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Volume 38, Number 1 (2013)

Death, Animals, and Ethics in David Bergen’s The Time in Between

February 28, 2014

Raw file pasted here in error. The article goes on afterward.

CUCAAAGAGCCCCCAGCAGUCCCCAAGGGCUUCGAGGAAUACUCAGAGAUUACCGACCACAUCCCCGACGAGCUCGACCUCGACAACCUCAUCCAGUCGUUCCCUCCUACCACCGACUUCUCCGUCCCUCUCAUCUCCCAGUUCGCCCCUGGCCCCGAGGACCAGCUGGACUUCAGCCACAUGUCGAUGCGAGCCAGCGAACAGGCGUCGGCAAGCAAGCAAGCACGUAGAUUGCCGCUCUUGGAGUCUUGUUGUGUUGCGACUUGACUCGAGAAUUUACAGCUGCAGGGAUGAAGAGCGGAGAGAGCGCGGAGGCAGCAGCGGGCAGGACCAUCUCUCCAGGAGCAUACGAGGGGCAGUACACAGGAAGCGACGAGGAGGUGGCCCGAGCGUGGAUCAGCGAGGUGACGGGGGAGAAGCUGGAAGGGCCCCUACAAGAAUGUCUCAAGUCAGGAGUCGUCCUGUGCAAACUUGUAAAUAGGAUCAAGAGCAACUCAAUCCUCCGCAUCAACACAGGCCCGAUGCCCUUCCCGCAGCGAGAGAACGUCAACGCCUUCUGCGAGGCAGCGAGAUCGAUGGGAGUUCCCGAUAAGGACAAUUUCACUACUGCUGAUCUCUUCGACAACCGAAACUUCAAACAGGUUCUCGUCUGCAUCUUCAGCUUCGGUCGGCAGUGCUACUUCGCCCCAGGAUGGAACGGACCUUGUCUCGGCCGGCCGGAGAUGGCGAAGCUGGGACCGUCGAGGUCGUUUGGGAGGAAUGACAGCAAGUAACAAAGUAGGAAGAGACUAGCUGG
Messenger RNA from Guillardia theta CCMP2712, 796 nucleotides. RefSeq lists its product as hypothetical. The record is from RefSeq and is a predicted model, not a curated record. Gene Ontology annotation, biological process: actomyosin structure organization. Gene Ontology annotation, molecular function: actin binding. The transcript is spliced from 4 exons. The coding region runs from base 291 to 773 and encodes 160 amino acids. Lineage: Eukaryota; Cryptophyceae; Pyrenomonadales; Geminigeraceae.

By foregrounding death in the lives of its characters, David Bergen’s The Time in Between speaks to the ways in which lives are valued or devalued and highlights the ethical potential of remembering the dead in the process of living. Particularly through Charles’s suicide note and the fictional narrative of Dang Tho, the novel suggests that storytelling is inextricably linked to remembering; in storytelling, remembering, and reflecting, one is confronted by the limits of one’s ability to know and the humaneness of one’s existence. Judith Butler’s theory of ethical relations and the work of Emmanuel Levinas help to demonstrate that, in inviting comparisons between human and animal deaths, Bergen’s novel explores the frailty and limits of the human condition, particularly the limits of knowing and the struggles involved in having a responsibility toward the Other.